Winter Olympics: Rodriguez may hang up clapskates for good
AP Sports Writer
RICHMOND, British Columbia — Jennifer Rodriguez is mostly savoring the experience of her fourth Olympics, knowing she may hang up her clapskates before 2014.
A poor finish in Sunday's 1,500 meters could keep her around.
Skating in the final pairing with Canada's Christine Nesbitt, Rodriguez finished 18th in 2 minutes, 0.08 seconds.
"It was a terrible race," she said. "But I really did give it my all. I couldn't have today done any better I don't think, even though it was terrible and I'm embarrassed and all that good stuff."
It was Rodriguez's last individual event of the Vancouver Games. She was 21st in the 500 and had her best result in the 1,000, with a seventh-place finish.
She isn't sure she'll be chosen to skate for the United States in the team pursuit Friday.
"If I skate the way I did today, I don't even know that I'd be too beneficial for the group," she said, "but if I can get my feel back and my snap back after a couple days' rest, then maybe we'll see."
At 33, Rodriguez's body isn't holding up as well. She has a torn labrum in her right hip that she discovered too late in the season to have surgery on before the Olympics. It bothers her more during training than skating.
Then, after the 1,000, Rodriguez felt wiped out by the drawn-out Olympic schedule. Speedskating events are completed in a weekend during World Cup season.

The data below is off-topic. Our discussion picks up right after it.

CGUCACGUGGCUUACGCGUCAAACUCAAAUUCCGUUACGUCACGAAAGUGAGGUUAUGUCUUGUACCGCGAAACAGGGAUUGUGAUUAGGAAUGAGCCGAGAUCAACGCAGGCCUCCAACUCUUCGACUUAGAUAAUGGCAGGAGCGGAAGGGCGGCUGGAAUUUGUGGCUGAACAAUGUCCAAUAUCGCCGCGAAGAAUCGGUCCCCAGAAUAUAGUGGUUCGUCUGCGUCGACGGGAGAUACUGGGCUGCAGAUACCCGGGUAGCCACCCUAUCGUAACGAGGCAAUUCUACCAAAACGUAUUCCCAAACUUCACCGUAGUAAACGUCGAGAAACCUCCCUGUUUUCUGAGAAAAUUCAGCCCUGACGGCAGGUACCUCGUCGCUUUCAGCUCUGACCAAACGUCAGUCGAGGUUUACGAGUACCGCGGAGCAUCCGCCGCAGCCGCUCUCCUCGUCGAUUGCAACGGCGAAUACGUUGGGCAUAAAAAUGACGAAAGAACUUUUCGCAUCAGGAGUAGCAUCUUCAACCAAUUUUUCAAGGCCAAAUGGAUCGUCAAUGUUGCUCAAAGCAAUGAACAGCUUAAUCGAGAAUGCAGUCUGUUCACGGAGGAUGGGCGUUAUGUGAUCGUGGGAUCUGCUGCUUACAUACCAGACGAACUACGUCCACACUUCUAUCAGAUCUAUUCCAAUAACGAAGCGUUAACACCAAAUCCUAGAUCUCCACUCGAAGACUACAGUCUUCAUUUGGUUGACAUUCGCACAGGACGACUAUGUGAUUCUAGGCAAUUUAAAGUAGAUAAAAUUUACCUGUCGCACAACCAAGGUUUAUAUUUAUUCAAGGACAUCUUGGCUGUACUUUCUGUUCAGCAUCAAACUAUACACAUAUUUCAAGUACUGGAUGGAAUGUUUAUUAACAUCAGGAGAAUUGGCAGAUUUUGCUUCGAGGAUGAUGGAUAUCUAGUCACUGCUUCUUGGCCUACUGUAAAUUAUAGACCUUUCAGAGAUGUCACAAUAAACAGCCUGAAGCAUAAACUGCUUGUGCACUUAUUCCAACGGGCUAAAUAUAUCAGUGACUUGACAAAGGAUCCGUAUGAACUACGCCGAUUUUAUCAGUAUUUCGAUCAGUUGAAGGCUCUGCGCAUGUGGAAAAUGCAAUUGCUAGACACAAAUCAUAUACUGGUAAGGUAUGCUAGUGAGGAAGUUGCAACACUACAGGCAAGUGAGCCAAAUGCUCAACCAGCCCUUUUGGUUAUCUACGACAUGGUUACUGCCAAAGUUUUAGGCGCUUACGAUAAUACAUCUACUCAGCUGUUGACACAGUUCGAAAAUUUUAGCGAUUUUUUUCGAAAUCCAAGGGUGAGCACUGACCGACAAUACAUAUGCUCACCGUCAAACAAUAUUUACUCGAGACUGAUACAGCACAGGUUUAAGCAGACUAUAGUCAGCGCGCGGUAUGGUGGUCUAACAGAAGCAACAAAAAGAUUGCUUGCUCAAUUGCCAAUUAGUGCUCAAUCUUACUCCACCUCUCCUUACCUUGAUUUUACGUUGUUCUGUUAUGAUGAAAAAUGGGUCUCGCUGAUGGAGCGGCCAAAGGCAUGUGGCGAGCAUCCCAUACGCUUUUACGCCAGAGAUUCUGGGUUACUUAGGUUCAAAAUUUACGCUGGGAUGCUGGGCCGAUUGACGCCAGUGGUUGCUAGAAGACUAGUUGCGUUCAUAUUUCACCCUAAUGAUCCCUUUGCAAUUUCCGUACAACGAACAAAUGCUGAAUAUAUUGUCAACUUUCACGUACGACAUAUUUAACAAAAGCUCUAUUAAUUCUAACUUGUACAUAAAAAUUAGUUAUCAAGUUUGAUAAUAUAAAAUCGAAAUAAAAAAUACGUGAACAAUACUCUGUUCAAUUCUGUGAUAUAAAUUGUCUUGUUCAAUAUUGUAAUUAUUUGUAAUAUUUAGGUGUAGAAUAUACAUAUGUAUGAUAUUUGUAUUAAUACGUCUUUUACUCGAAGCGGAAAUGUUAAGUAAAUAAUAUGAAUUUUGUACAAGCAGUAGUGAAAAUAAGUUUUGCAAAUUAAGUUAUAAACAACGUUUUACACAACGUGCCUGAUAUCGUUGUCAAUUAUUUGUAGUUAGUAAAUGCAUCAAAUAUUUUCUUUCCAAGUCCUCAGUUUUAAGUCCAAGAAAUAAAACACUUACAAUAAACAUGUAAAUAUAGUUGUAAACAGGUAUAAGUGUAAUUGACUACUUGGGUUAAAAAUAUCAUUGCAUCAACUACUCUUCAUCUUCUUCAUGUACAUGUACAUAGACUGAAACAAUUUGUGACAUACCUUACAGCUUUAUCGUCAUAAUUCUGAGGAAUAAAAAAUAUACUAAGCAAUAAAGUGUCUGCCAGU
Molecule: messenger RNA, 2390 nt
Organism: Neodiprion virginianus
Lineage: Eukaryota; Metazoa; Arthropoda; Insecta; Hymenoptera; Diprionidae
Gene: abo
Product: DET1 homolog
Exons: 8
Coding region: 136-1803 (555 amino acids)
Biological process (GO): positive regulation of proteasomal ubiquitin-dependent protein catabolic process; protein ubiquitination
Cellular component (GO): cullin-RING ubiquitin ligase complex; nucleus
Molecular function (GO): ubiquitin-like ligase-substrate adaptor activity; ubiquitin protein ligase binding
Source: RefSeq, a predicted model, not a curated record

"My first 500, I was having the time of my life. I was laughing, I was smiling to the crowd. As the races continued on, that kind of dwindled. I found myself wanting to sleep a lot," she said, coughing frequently. "It's kind of taking a toll on me, the stress."
The former inline skater from Miami made her first Olympic speedskating team in 1998 and won two bronze medals four years later in Salt Lake City. She overtrained coming into the 2006 Turin Games, and finished no better than eighth in the 1,500, prompting her to retire.
In early 2008, she was lured back to the ice by her then-husband, former speedskater KC Boutiette, and soon was training with an eye on Vancouver.
A few months after Rodriguez returned, her marriage ended. Then her mother died of breast cancer last June, and she struggled to regain major sponsorship while fending off bill collectors.
Still, she's glad she came back to the sport she loves after two years off. Whether she sticks around remains to be seen.
"I have to sit down and talk to my family. It won't just be my decision this time around," she said. "I have to see if it's worth it. There's a lot of things to contemplate."
Rodriguez's top-10 finish in the 1,000 would provide enough funding to continue, so that's not a concern.
"Do I really have the heart and drive to keep competing at a high level?" she said. "The love for skating will always be there."